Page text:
Here’s something you don’t often see onscreen: a woman who doesn’t cover up the fact that her hair has thinned.

Lidia Bastianich is PBS’s Italian cooking maven whose show, Lidia’s Italian-American Kitchen (she also has spinoffs like Lidia’s Italy), always marks the difference between the overly personality-driven Food Channel shows and PBS. To wit: she doesn’t do anything to cover up her thinning hair. For comparison, let’s look at the Food Channel’s Giada de Laurentiis:

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Any normal human might find a contrast between these two women absurd. Be assured I’m not trying to draw a conclusion about their respective talents for cooking — just their comparative screen appearance. (We could also discuss Giada’s obviously spectacular breasts and/or that alarming set of teeth, but let’s try to stay focused.) I just want to make the point that it is amazing to me that even good old PBS hasn’t forced Lidia into a wig. (What do I know? They may have tried.)

I got onto this subject originally because the subject of hair kept coming up in strange and interesting contexts. There was Callista Gingrich, Newt Gingrich’s wife, whose immovable helmet of hair preoccupied so many bloggers last year. Perhaps because I’m a big fan of natural hair for Black women, I have read several other bloggers who yearn publicly for Michelle Obama to stop relaxing/ironing her hair.

I’d been collecting a random assortment of hair moments onscreen for a while, but it was a comment over at JB’s terrific film blog, The Fantom Country, that gave my post clarity. Writing about how many times he’d noticed Andrew Garfield’s luscious hair, JB wrote wryly, “Perhaps he is a particularly expressive hair actor” — why, it’s comments like these that make my blog so resoundingly esoteric. (See also posts on noses, mouths, and teeth.) Esoteric it may be, but it’s my confirmed opinion that hair is an easy site for the downfall of a film or character.

BridgesLet’s start with a few actors who consistently make their hair work pretty goddamn well. I’ve seen Jeff Bridges in just about as many different hair parts as one can imagine, and they always work for me — even (especially?) when he shaved his head for the bad-guy role in Iron Man. Bridges has this way of truly appearing to be one with his hair; whether it’s the shaggy Dude from The Big Lebowski (1998) or the long-haired ex-con in American Heart (1992, below), the hair seems fully folded in with the rest of him. It’s perhaps not a surprise that an actor like Bridges, who conceals so much of his acting craft behind his prodigious modesty and naturalness, would be able to handle these hair parts so effortlessly.

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Other actors, it seems, grow into their hair. I never thought much of Connie Britton as a younger woman — on the rare occasions I ever caught that Michael J. Fox show Spin City (1996-2000) I mainly thought of her as The Hair — but now that she’s in her 40s she has gotten better roles and more gravitas. I just loved what she did with her role as Mrs. Coach/Tami Taylor in Friday Night Lights (2006-2011); one never forgot how she rocked those strawberry waves, but it seemed so fully in keeping with the role. I still haven’t caught up with her new show Nashville (2012- ) despite the regular reports from blogger friend JustMeMike that I have to keep archiving for reading later. But Britton’s hair in the Nashville country music scene? It’s a hair marriage made in heaven. Connie-Britton-Lights_610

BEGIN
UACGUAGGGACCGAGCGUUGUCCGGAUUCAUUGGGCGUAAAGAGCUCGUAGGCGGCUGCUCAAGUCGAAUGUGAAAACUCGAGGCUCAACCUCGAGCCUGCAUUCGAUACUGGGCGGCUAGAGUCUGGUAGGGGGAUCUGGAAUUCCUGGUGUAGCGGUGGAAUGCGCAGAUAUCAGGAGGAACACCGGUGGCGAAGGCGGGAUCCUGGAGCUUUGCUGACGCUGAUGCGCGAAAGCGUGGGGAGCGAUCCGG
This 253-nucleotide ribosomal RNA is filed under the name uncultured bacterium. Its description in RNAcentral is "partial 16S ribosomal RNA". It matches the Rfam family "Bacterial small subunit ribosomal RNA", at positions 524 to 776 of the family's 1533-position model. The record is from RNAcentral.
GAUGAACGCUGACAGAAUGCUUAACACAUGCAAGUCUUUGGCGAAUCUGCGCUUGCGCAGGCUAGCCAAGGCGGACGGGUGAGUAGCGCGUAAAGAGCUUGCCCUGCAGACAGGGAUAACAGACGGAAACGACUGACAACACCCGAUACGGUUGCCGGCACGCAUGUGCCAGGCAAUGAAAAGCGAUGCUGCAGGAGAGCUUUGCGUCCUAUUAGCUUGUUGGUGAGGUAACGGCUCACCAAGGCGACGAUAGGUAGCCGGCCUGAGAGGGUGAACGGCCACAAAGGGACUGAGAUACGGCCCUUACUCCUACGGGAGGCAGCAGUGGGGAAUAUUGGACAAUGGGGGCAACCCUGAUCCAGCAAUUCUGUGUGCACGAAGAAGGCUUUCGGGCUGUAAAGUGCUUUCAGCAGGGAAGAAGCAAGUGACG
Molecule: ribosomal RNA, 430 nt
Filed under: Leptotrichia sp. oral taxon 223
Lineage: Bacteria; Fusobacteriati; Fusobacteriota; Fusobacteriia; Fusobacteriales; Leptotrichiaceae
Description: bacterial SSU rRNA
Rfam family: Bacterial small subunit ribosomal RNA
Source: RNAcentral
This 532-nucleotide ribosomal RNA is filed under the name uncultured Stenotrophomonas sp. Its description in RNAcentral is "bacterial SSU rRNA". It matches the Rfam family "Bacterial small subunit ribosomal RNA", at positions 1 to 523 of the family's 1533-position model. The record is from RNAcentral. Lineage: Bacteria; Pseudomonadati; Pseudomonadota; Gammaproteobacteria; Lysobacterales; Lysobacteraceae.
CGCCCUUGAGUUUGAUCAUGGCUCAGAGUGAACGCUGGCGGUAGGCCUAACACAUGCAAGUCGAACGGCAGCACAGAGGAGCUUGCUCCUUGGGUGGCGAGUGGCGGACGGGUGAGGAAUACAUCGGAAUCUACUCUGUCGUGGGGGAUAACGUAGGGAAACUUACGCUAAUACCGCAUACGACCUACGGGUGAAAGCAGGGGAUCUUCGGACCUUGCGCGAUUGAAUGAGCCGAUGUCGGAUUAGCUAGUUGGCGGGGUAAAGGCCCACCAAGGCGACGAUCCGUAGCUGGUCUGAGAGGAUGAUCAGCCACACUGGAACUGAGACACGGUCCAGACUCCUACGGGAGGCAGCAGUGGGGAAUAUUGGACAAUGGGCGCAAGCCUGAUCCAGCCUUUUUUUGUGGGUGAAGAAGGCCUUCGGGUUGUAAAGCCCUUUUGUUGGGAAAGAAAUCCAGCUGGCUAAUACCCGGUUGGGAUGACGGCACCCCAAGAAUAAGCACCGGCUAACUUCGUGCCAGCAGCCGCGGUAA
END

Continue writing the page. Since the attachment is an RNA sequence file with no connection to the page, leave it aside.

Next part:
On occasion one finds an actor whose hair was so integral to her character onscreen that they become inseparable. Surely the best example one can imagine is Judy Davis’ breakout role in My Brilliant Career (1979). As Sybylla Melvyn, a teenager yearning for something beyond marriage and motherhood in turn-of-the-century New South Wales, her hair exemplified her character. Frizzy, irrepressible, flyaway, and heavy with impossibility — it fit so perfectly with Davis’s plain, freckled face and her terrific intelligence that it’s impossible to think of that role being taken on by anyone else.

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Judy Davis in The Eye of the Storm (2011)

A note: I’ve been disappointed to see that Davis rarely shows that hair anymore. Like so many women, she now keeps it straightened and severely managed. I still can’t see her onscreen without wondering where her hair went.

There are occasions when an actor with forgettable hair takes on a great hair part. The best example I can think of is from last year’s Prometheus (2012): Michael Fassbender’s turn as the creepy robot with a fixation for Peter O’Toole in Lawrence of Arabia (1962). It’s one thing to admire O’Toole’s brassy, glinty-eyed heroism; it’s another to emulate his hair. What a nice touch that was. One couldn’t look at Fassbender throughout the film without seeing the robot’s own self-consciousness of carrying that carefully coiffed hair — hair that symbolized so much.

Click on this image of Fassbender and you’ll get a nice .gif of the hair regimen.

tumblr_mbuanjTQWe1ri08goo1_500Sadly, it’s more common that I notice hair more like Andrew Garfield’s — hair so demanding that it ought to have separate billing. Pushy, greedy hair; hair that demands a little too much screen time.

Yes: I am speaking of Merida’s hair in Brave (2012). Yes: I loved what the illustrators did with this. But yes: it took over.

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Nor is this a fault limited to animators. Why, just last week I complained about Jessica Chastain’s hair in Zero Dark Thirty — what was wrong with those hair people on set? If there’s one thing I know a lot about, it’s how (cough) the rigors of personal hygiene and grooming have a tendency to drop away when one is single-mindedly working on a problem and scrutinizing the evidence. Por ejemplo: I’m sitting here right now on a Sunday afternoon, furiously typing a blog post about hair and movies, having not even run a comb through my hair all day. This is how us ladies behave when we’re focused. We do not fuss with ‘dos like this: